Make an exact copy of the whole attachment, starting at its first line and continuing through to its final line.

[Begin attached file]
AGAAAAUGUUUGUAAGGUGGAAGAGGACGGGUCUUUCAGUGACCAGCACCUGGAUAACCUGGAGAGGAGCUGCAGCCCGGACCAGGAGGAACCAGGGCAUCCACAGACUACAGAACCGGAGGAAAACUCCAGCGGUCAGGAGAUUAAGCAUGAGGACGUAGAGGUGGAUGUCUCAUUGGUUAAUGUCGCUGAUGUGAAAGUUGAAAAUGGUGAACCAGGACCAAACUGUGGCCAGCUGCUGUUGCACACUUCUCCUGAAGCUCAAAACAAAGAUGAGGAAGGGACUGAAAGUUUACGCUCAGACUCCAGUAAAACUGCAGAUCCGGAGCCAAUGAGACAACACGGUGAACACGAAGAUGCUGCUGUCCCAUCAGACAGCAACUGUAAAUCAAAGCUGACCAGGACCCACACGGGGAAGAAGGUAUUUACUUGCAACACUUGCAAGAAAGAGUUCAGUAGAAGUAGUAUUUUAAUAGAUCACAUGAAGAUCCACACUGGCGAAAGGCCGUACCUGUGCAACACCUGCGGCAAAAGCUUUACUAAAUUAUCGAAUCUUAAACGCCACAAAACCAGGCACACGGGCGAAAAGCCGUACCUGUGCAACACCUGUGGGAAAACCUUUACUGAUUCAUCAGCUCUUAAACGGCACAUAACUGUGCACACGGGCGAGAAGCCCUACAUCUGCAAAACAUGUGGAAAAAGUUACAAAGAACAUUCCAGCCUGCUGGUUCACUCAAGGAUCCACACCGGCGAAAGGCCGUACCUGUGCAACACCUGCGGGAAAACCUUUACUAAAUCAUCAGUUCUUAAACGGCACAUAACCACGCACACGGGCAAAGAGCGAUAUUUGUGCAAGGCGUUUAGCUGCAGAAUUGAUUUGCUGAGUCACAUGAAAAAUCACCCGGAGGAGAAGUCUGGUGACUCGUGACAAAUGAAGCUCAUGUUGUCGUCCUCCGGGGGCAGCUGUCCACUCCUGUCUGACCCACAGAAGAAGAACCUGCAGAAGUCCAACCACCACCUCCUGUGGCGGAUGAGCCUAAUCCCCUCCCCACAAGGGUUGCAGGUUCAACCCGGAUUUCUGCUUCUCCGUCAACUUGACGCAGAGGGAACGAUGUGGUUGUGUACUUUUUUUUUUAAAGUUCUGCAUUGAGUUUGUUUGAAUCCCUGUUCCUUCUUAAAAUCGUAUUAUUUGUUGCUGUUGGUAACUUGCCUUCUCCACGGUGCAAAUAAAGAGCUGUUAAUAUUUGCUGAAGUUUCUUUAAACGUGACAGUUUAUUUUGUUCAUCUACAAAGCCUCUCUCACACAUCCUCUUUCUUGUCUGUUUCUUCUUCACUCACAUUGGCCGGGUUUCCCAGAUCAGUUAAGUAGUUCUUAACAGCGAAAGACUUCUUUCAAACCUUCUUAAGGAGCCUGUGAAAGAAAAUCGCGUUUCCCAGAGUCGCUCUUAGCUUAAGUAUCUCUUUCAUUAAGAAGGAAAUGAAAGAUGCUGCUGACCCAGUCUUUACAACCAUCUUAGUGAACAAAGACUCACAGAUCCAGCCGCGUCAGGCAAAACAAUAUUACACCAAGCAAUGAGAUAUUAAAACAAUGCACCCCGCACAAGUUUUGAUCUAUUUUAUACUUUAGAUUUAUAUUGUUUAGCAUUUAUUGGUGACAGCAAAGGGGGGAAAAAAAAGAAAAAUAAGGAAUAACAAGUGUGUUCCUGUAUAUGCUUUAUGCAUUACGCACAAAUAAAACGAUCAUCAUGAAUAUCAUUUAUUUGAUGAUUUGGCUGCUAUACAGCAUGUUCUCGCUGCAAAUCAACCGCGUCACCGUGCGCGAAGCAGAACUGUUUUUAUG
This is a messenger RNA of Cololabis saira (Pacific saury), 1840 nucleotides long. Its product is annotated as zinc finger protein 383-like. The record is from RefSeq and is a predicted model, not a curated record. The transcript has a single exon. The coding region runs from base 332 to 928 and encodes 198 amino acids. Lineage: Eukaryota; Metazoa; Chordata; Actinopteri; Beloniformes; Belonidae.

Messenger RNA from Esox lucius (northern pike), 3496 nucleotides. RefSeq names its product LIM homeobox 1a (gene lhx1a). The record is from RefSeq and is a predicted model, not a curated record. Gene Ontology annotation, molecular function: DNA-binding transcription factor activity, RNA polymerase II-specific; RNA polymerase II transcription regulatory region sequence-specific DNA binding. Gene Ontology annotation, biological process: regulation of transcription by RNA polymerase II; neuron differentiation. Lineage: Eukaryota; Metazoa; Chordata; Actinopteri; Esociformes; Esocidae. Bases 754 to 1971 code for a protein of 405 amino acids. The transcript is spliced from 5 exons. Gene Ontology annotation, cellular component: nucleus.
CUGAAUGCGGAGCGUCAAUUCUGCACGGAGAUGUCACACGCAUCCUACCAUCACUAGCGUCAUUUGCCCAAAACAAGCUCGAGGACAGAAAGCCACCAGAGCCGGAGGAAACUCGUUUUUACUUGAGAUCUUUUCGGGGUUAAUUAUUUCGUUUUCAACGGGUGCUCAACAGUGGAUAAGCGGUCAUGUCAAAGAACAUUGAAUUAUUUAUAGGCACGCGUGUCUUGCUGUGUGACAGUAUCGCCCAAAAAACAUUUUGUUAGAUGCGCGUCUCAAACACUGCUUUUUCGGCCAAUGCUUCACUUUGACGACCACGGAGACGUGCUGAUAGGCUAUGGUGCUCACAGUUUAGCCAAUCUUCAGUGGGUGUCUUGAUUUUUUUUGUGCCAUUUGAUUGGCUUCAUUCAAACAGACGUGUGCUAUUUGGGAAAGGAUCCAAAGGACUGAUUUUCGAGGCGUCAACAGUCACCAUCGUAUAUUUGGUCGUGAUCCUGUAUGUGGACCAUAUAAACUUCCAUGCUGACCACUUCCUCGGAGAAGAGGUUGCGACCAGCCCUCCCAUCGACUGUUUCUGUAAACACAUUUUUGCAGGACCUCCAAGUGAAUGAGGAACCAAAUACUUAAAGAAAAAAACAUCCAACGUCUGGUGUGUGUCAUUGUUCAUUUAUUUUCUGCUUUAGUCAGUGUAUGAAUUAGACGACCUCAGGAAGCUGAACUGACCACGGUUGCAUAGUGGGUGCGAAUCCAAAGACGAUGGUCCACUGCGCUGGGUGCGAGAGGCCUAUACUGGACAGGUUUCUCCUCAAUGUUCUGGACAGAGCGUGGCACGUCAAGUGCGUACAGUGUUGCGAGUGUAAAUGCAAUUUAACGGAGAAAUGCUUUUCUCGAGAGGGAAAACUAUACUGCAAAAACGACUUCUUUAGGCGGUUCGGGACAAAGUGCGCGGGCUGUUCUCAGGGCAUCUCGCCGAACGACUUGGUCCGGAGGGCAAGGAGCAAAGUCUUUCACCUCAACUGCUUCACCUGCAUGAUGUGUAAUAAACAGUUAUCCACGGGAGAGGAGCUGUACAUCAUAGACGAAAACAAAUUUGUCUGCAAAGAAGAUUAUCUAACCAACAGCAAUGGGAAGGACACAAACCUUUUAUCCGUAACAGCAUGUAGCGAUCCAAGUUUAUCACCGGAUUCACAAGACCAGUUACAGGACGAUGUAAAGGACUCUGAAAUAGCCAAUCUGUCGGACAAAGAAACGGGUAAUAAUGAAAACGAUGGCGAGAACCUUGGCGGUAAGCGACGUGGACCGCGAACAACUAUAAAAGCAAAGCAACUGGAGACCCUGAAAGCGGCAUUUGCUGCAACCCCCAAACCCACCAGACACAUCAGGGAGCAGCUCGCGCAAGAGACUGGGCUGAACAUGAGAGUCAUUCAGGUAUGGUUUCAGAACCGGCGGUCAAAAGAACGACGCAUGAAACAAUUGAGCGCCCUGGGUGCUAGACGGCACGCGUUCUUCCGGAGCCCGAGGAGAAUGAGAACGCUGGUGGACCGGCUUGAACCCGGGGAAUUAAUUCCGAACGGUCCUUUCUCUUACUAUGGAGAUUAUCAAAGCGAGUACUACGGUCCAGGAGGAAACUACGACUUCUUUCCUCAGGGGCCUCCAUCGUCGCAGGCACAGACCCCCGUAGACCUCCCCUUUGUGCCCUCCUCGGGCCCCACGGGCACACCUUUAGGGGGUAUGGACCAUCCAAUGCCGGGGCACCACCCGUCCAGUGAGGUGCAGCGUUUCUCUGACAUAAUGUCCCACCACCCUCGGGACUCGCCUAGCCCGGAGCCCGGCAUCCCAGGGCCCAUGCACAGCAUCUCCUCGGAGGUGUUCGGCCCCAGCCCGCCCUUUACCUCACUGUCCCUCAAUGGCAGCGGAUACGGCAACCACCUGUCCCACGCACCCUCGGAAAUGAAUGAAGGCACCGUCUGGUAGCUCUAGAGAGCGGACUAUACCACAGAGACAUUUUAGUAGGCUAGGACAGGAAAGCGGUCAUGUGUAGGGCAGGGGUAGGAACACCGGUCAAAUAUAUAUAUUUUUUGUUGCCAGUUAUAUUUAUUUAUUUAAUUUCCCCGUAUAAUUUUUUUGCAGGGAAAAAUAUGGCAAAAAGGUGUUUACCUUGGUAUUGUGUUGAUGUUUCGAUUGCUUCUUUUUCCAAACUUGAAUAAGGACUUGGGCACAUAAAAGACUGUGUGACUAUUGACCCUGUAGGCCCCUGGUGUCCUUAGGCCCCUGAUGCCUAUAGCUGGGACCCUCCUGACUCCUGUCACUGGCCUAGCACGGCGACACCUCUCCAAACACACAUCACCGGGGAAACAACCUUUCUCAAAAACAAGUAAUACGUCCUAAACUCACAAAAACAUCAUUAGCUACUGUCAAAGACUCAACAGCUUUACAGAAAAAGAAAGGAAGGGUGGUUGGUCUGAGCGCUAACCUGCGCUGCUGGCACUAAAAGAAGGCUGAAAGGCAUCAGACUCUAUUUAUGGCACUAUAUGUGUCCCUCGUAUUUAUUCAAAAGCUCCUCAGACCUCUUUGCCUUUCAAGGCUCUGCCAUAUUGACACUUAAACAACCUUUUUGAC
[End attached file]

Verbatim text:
AGAAAAUGUUUGUAAGGUGGAAGAGGACGGGUCUUUCAGUGACCAGCACCUGGAUAACCUGGAGAGGAGCUGCAGCCCGGACCAGGAGGAACCAGGGCAUCCACAGACUACAGAACCGGAGGAAAACUCCAGCGGUCAGGAGAUUAAGCAUGAGGACGUAGAGGUGGAUGUCUCAUUGGUUAAUGUCGCUGAUGUGAAAGUUGAAAAUGGUGAACCAGGACCAAACUGUGGCCAGCUGCUGUUGCACACUUCUCCUGAAGCUCAAAACAAAGAUGAGGAAGGGACUGAAAGUUUACGCUCAGACUCCAGUAAAACUGCAGAUCCGGAGCCAAUGAGACAACACGGUGAACACGAAGAUGCUGCUGUCCCAUCAGACAGCAACUGUAAAUCAAAGCUGACCAGGACCCACACGGGGAAGAAGGUAUUUACUUGCAACACUUGCAAGAAAGAGUUCAGUAGAAGUAGUAUUUUAAUAGAUCACAUGAAGAUCCACACUGGCGAAAGGCCGUACCUGUGCAACACCUGCGGCAAAAGCUUUACUAAAUUAUCGAAUCUUAAACGCCACAAAACCAGGCACACGGGCGAAAAGCCGUACCUGUGCAACACCUGUGGGAAAACCUUUACUGAUUCAUCAGCUCUUAAACGGCACAUAACUGUGCACACGGGCGAGAAGCCCUACAUCUGCAAAACAUGUGGAAAAAGUUACAAAGAACAUUCCAGCCUGCUGGUUCACUCAAGGAUCCACACCGGCGAAAGGCCGUACCUGUGCAACACCUGCGGGAAAACCUUUACUAAAUCAUCAGUUCUUAAACGGCACAUAACCACGCACACGGGCAAAGAGCGAUAUUUGUGCAAGGCGUUUAGCUGCAGAAUUGAUUUGCUGAGUCACAUGAAAAAUCACCCGGAGGAGAAGUCUGGUGACUCGUGACAAAUGAAGCUCAUGUUGUCGUCCUCCGGGGGCAGCUGUCCACUCCUGUCUGACCCACAGAAGAAGAACCUGCAGAAGUCCAACCACCACCUCCUGUGGCGGAUGAGCCUAAUCCCCUCCCCACAAGGGUUGCAGGUUCAACCCGGAUUUCUGCUUCUCCGUCAACUUGACGCAGAGGGAACGAUGUGGUUGUGUACUUUUUUUUUUAAAGUUCUGCAUUGAGUUUGUUUGAAUCCCUGUUCCUUCUUAAAAUCGUAUUAUUUGUUGCUGUUGGUAACUUGCCUUCUCCACGGUGCAAAUAAAGAGCUGUUAAUAUUUGCUGAAGUUUCUUUAAACGUGACAGUUUAUUUUGUUCAUCUACAAAGCCUCUCUCACACAUCCUCUUUCUUGUCUGUUUCUUCUUCACUCACAUUGGCCGGGUUUCCCAGAUCAGUUAAGUAGUUCUUAACAGCGAAAGACUUCUUUCAAACCUUCUUAAGGAGCCUGUGAAAGAAAAUCGCGUUUCCCAGAGUCGCUCUUAGCUUAAGUAUCUCUUUCAUUAAGAAGGAAAUGAAAGAUGCUGCUGACCCAGUCUUUACAACCAUCUUAGUGAACAAAGACUCACAGAUCCAGCCGCGUCAGGCAAAACAAUAUUACACCAAGCAAUGAGAUAUUAAAACAAUGCACCCCGCACAAGUUUUGAUCUAUUUUAUACUUUAGAUUUAUAUUGUUUAGCAUUUAUUGGUGACAGCAAAGGGGGGAAAAAAAAGAAAAAUAAGGAAUAACAAGUGUGUUCCUGUAUAUGCUUUAUGCAUUACGCACAAAUAAAACGAUCAUCAUGAAUAUCAUUUAUUUGAUGAUUUGGCUGCUAUACAGCAUGUUCUCGCUGCAAAUCAACCGCGUCACCGUGCGCGAAGCAGAACUGUUUUUAUG
This is a messenger RNA of Cololabis saira (Pacific saury), 1840 nucleotides long. Its product is annotated as zinc finger protein 383-like. The record is from RefSeq and is a predicted model, not a curated record. The transcript has a single exon. The coding region runs from base 332 to 928 and encodes 198 amino acids. Lineage: Eukaryota; Metazoa; Chordata; Actinopteri; Beloniformes; Belonidae.

Messenger RNA from Esox lucius (northern pike), 3496 nucleotides. RefSeq names its product LIM homeobox 1a (gene lhx1a). The record is from RefSeq and is a predicted model, not a curated record. Gene Ontology annotation, molecular function: DNA-binding transcription factor activity, RNA polymerase II-specific; RNA polymerase II transcription regulatory region sequence-specific DNA binding. Gene Ontology annotation, biological process: regulation of transcription by RNA polymerase II; neuron differentiation. Lineage: Eukaryota; Metazoa; Chordata; Actinopteri; Esociformes; Esocidae. Bases 754 to 1971 code for a protein of 405 amino acids. The transcript is spliced from 5 exons. Gene Ontology annotation, cellular component: nucleus.
CUGAAUGCGGAGCGUCAAUUCUGCACGGAGAUGUCACACGCAUCCUACCAUCACUAGCGUCAUUUGCCCAAAACAAGCUCGAGGACAGAAAGCCACCAGAGCCGGAGGAAACUCGUUUUUACUUGAGAUCUUUUCGGGGUUAAUUAUUUCGUUUUCAACGGGUGCUCAACAGUGGAUAAGCGGUCAUGUCAAAGAACAUUGAAUUAUUUAUAGGCACGCGUGUCUUGCUGUGUGACAGUAUCGCCCAAAAAACAUUUUGUUAGAUGCGCGUCUCAAACACUGCUUUUUCGGCCAAUGCUUCACUUUGACGACCACGGAGACGUGCUGAUAGGCUAUGGUGCUCACAGUUUAGCCAAUCUUCAGUGGGUGUCUUGAUUUUUUUUGUGCCAUUUGAUUGGCUUCAUUCAAACAGACGUGUGCUAUUUGGGAAAGGAUCCAAAGGACUGAUUUUCGAGGCGUCAACAGUCACCAUCGUAUAUUUGGUCGUGAUCCUGUAUGUGGACCAUAUAAACUUCCAUGCUGACCACUUCCUCGGAGAAGAGGUUGCGACCAGCCCUCCCAUCGACUGUUUCUGUAAACACAUUUUUGCAGGACCUCCAAGUGAAUGAGGAACCAAAUACUUAAAGAAAAAAACAUCCAACGUCUGGUGUGUGUCAUUGUUCAUUUAUUUUCUGCUUUAGUCAGUGUAUGAAUUAGACGACCUCAGGAAGCUGAACUGACCACGGUUGCAUAGUGGGUGCGAAUCCAAAGACGAUGGUCCACUGCGCUGGGUGCGAGAGGCCUAUACUGGACAGGUUUCUCCUCAAUGUUCUGGACAGAGCGUGGCACGUCAAGUGCGUACAGUGUUGCGAGUGUAAAUGCAAUUUAACGGAGAAAUGCUUUUCUCGAGAGGGAAAACUAUACUGCAAAAACGACUUCUUUAGGCGGUUCGGGACAAAGUGCGCGGGCUGUUCUCAGGGCAUCUCGCCGAACGACUUGGUCCGGAGGGCAAGGAGCAAAGUCUUUCACCUCAACUGCUUCACCUGCAUGAUGUGUAAUAAACAGUUAUCCACGGGAGAGGAGCUGUACAUCAUAGACGAAAACAAAUUUGUCUGCAAAGAAGAUUAUCUAACCAACAGCAAUGGGAAGGACACAAACCUUUUAUCCGUAACAGCAUGUAGCGAUCCAAGUUUAUCACCGGAUUCACAAGACCAGUUACAGGACGAUGUAAAGGACUCUGAAAUAGCCAAUCUGUCGGACAAAGAAACGGGUAAUAAUGAAAACGAUGGCGAGAACCUUGGCGGUAAGCGACGUGGACCGCGAACAACUAUAAAAGCAAAGCAACUGGAGACCCUGAAAGCGGCAUUUGCUGCAACCCCCAAACCCACCAGACACAUCAGGGAGCAGCUCGCGCAAGAGACUGGGCUGAACAUGAGAGUCAUUCAGGUAUGGUUUCAGAACCGGCGGUCAAAAGAACGACGCAUGAAACAAUUGAGCGCCCUGGGUGCUAGACGGCACGCGUUCUUCCGGAGCCCGAGGAGAAUGAGAACGCUGGUGGACCGGCUUGAACCCGGGGAAUUAAUUCCGAACGGUCCUUUCUCUUACUAUGGAGAUUAUCAAAGCGAGUACUACGGUCCAGGAGGAAACUACGACUUCUUUCCUCAGGGGCCUCCAUCGUCGCAGGCACAGACCCCCGUAGACCUCCCCUUUGUGCCCUCCUCGGGCCCCACGGGCACACCUUUAGGGGGUAUGGACCAUCCAAUGCCGGGGCACCACCCGUCCAGUGAGGUGCAGCGUUUCUCUGACAUAAUGUCCCACCACCCUCGGGACUCGCCUAGCCCGGAGCCCGGCAUCCCAGGGCCCAUGCACAGCAUCUCCUCGGAGGUGUUCGGCCCCAGCCCGCCCUUUACCUCACUGUCCCUCAAUGGCAGCGGAUACGGCAACCACCUGUCCCACGCACCCUCGGAAAUGAAUGAAGGCACCGUCUGGUAGCUCUAGAGAGCGGACUAUACCACAGAGACAUUUUAGUAGGCUAGGACAGGAAAGCGGUCAUGUGUAGGGCAGGGGUAGGAACACCGGUCAAAUAUAUAUAUUUUUUGUUGCCAGUUAUAUUUAUUUAUUUAAUUUCCCCGUAUAAUUUUUUUGCAGGGAAAAAUAUGGCAAAAAGGUGUUUACCUUGGUAUUGUGUUGAUGUUUCGAUUGCUUCUUUUUCCAAACUUGAAUAAGGACUUGGGCACAUAAAAGACUGUGUGACUAUUGACCCUGUAGGCCCCUGGUGUCCUUAGGCCCCUGAUGCCUAUAGCUGGGACCCUCCUGACUCCUGUCACUGGCCUAGCACGGCGACACCUCUCCAAACACACAUCACCGGGGAAACAACCUUUCUCAAAAACAAGUAAUACGUCCUAAACUCACAAAAACAUCAUUAGCUACUGUCAAAGACUCAACAGCUUUACAGAAAAAGAAAGGAAGGGUGGUUGGUCUGAGCGCUAACCUGCGCUGCUGGCACUAAAAGAAGGCUGAAAGGCAUCAGACUCUAUUUAUGGCACUAUAUGUGUCCCUCGUAUUUAUUCAAAAGCUCCUCAGACCUCUUUGCCUUUCAAGGCUCUGCCAUAUUGACACUUAAACAACCUUUUUGAC